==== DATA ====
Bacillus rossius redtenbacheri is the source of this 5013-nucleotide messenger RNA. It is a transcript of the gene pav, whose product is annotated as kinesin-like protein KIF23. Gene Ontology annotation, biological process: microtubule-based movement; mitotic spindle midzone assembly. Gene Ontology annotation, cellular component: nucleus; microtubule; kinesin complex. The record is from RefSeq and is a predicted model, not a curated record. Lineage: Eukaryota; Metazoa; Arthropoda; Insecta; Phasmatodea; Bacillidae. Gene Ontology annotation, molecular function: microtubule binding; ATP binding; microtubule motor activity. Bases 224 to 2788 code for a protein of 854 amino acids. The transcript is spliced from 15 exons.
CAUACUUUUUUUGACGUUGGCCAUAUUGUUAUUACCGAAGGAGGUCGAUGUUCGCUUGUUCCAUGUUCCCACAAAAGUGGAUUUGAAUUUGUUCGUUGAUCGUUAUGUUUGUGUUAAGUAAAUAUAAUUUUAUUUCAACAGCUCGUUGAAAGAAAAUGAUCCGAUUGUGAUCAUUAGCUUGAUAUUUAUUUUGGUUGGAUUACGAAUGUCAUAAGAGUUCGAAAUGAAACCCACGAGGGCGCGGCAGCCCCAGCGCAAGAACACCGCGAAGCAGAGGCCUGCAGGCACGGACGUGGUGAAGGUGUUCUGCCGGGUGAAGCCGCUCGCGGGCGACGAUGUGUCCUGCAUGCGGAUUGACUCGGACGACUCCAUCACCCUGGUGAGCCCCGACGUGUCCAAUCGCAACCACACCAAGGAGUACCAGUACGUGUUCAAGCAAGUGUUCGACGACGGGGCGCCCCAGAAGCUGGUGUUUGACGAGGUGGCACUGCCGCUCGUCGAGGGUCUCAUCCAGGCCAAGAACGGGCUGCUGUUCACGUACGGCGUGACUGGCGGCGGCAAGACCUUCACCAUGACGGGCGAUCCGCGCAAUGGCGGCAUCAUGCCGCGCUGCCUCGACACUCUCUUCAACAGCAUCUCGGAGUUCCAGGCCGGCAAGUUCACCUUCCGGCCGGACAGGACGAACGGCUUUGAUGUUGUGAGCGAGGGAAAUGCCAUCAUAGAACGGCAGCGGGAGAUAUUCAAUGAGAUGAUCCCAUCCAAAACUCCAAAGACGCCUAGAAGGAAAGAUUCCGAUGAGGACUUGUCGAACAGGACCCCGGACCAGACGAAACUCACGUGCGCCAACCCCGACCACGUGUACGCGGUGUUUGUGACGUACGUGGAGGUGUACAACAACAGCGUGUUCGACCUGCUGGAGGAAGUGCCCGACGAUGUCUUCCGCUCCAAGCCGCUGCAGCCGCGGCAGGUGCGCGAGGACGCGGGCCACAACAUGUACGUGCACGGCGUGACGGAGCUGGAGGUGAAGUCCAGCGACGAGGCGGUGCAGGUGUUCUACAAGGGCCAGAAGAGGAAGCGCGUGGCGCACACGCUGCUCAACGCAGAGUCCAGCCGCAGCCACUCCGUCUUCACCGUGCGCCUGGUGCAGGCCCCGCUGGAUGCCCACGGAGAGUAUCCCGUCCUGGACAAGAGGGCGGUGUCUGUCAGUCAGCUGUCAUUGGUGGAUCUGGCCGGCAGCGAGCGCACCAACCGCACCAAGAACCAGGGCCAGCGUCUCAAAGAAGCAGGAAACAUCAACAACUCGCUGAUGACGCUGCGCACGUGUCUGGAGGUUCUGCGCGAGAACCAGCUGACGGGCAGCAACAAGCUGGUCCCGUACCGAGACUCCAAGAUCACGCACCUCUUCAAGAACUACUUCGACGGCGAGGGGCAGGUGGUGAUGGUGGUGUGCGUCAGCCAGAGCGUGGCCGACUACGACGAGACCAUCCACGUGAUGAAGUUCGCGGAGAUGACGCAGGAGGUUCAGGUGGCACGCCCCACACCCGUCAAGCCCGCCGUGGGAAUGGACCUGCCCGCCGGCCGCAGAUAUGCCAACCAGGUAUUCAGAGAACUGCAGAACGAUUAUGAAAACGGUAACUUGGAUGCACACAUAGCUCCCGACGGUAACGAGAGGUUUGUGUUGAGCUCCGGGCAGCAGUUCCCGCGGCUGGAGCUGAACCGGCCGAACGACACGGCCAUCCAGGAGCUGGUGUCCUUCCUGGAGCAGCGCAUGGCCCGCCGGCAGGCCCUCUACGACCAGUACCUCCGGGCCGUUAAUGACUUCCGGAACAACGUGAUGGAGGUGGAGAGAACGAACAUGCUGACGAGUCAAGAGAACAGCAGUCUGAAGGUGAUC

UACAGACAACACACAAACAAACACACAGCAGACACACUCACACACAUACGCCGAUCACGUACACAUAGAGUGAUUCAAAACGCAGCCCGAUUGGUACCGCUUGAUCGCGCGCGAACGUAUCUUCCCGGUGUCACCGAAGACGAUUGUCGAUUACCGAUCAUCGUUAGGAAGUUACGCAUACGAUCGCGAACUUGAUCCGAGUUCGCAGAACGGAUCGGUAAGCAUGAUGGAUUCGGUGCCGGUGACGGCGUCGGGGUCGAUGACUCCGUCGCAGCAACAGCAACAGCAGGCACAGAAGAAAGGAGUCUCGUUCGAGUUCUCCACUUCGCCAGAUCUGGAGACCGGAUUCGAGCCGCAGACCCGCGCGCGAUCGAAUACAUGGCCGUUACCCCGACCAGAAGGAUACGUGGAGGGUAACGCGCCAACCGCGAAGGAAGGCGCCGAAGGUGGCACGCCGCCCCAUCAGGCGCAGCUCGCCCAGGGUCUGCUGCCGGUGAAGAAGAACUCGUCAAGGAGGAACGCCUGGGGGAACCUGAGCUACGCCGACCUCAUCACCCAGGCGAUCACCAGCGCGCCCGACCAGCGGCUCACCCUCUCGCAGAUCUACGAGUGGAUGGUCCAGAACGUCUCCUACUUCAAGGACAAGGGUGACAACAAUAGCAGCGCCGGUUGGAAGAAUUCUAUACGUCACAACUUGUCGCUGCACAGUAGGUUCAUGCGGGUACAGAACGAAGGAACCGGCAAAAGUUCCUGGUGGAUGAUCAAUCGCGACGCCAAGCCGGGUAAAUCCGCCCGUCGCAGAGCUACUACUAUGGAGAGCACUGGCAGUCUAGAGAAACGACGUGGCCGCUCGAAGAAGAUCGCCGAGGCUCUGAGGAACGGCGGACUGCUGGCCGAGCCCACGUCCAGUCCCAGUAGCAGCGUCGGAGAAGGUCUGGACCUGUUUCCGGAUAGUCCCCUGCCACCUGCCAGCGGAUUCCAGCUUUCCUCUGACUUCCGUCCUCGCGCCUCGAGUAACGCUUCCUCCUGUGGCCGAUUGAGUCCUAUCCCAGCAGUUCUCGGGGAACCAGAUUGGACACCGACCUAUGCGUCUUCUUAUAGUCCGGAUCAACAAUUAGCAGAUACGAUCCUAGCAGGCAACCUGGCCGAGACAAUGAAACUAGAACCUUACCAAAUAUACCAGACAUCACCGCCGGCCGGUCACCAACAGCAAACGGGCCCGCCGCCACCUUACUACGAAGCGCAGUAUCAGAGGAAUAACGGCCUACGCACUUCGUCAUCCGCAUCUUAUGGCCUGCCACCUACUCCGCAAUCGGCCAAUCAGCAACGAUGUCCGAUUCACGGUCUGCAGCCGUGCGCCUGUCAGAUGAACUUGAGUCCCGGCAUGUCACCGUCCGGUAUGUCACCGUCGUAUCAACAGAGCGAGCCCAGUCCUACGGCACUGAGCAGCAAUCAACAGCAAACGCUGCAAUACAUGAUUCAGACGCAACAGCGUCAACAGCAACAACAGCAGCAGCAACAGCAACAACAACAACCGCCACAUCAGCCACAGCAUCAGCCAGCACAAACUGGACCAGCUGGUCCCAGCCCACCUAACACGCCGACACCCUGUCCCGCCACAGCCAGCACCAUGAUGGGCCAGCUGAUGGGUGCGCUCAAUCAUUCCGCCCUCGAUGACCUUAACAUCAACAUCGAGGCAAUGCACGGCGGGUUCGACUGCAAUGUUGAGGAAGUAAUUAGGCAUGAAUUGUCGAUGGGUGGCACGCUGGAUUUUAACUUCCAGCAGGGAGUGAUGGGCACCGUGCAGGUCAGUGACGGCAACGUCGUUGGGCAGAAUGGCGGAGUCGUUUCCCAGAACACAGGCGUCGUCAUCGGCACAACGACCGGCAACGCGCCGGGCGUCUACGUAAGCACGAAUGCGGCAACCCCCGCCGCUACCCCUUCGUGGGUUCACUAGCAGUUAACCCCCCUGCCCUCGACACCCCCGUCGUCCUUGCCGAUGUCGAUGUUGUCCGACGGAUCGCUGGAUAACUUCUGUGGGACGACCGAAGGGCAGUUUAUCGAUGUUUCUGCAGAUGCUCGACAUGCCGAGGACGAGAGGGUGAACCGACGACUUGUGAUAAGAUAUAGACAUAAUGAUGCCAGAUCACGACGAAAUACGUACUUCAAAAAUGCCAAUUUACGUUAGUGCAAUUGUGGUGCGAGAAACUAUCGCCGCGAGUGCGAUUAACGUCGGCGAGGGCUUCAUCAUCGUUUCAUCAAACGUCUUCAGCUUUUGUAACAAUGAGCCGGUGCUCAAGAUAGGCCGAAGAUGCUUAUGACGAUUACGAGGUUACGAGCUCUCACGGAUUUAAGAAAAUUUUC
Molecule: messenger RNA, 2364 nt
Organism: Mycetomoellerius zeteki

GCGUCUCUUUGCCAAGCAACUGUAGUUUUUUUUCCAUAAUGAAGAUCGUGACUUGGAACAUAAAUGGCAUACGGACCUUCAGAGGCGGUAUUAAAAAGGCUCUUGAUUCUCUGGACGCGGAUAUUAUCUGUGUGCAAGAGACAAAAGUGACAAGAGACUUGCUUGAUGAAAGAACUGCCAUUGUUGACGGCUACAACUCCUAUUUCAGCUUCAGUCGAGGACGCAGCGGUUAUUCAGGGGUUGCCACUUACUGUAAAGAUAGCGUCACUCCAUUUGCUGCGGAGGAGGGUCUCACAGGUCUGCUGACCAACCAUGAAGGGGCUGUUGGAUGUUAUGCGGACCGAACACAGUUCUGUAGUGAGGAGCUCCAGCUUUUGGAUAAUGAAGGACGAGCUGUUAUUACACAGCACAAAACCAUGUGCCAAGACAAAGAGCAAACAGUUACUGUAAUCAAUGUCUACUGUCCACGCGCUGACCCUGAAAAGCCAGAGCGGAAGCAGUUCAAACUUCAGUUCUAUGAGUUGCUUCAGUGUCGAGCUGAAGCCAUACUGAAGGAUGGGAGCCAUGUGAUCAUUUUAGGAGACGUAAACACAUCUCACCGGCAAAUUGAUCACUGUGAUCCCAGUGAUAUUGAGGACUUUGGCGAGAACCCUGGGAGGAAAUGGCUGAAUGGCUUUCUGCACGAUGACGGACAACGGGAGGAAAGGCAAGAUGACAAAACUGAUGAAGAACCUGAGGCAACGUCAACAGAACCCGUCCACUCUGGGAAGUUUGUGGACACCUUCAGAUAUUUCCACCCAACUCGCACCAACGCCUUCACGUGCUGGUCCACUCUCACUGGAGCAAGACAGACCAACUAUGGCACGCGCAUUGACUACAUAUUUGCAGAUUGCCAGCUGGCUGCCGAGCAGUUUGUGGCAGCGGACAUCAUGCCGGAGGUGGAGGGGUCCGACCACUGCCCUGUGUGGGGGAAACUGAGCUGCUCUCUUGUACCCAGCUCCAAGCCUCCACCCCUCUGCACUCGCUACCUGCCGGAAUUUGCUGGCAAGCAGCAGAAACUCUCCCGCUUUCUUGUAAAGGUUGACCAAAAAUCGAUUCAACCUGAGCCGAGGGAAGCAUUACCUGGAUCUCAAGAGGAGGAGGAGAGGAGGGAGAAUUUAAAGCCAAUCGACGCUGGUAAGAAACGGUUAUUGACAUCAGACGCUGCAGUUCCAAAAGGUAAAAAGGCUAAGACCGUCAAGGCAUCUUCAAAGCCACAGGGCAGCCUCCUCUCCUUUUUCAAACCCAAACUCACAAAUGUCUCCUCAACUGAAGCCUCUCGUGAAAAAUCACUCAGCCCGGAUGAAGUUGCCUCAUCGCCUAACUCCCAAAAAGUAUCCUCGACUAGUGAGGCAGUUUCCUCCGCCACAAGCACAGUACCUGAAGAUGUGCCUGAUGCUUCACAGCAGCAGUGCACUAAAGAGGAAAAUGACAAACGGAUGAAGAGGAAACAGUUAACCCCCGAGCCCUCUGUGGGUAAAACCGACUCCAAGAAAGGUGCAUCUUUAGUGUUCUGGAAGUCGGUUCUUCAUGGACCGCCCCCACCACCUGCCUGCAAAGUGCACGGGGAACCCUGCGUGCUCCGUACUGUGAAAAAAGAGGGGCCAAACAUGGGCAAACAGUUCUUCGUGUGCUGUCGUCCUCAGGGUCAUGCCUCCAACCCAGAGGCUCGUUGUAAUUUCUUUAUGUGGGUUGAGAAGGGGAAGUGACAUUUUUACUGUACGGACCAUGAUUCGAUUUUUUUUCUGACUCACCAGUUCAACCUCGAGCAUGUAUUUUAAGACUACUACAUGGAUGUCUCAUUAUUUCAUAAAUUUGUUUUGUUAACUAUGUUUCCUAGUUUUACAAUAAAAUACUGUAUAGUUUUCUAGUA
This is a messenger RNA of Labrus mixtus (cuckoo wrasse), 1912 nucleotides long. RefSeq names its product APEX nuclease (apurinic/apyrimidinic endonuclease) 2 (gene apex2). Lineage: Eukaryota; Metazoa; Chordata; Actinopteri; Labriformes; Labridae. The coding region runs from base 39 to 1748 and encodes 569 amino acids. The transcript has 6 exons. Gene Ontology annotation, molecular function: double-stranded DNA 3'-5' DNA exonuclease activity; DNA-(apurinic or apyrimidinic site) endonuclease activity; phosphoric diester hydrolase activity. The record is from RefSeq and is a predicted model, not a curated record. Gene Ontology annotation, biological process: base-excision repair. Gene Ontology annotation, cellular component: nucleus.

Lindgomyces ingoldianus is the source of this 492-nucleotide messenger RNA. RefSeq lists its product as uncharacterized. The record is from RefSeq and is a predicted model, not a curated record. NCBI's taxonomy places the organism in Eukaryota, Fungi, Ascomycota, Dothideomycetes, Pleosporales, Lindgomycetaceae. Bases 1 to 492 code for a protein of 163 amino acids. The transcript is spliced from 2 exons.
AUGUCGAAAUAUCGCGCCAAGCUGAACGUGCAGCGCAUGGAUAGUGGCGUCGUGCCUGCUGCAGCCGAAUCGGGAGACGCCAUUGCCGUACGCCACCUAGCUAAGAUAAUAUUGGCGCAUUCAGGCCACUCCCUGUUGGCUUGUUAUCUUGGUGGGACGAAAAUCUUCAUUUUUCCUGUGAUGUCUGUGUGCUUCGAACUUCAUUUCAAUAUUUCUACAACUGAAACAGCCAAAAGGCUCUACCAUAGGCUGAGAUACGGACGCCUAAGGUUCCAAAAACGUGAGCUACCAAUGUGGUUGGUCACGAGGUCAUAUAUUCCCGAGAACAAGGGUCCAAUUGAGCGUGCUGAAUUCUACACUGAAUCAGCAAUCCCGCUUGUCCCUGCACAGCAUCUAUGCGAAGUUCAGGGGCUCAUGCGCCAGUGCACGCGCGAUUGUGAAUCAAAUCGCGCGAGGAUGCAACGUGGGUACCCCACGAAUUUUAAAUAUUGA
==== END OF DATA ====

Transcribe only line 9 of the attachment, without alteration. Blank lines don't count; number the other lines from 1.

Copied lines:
AUGUCGAAAUAUCGCGCCAAGCUGAACGUGCAGCGCAUGGAUAGUGGCGUCGUGCCUGCUGCAGCCGAAUCGGGAGACGCCAUUGCCGUACGCCACCUAGCUAAGAUAAUAUUGGCGCAUUCAGGCCACUCCCUGUUGGCUUGUUAUCUUGGUGGGACGAAAAUCUUCAUUUUUCCUGUGAUGUCUGUGUGCUUCGAACUUCAUUUCAAUAUUUCUACAACUGAAACAGCCAAAAGGCUCUACCAUAGGCUGAGAUACGGACGCCUAAGGUUCCAAAAACGUGAGCUACCAAUGUGGUUGGUCACGAGGUCAUAUAUUCCCGAGAACAAGGGUCCAAUUGAGCGUGCUGAAUUCUACACUGAAUCAGCAAUCCCGCUUGUCCCUGCACAGCAUCUAUGCGAAGUUCAGGGGCUCAUGCGCCAGUGCACGCGCGAUUGUGAAUCAAAUCGCGCGAGGAUGCAACGUGGGUACCCCACGAAUUUUAAAUAUUGA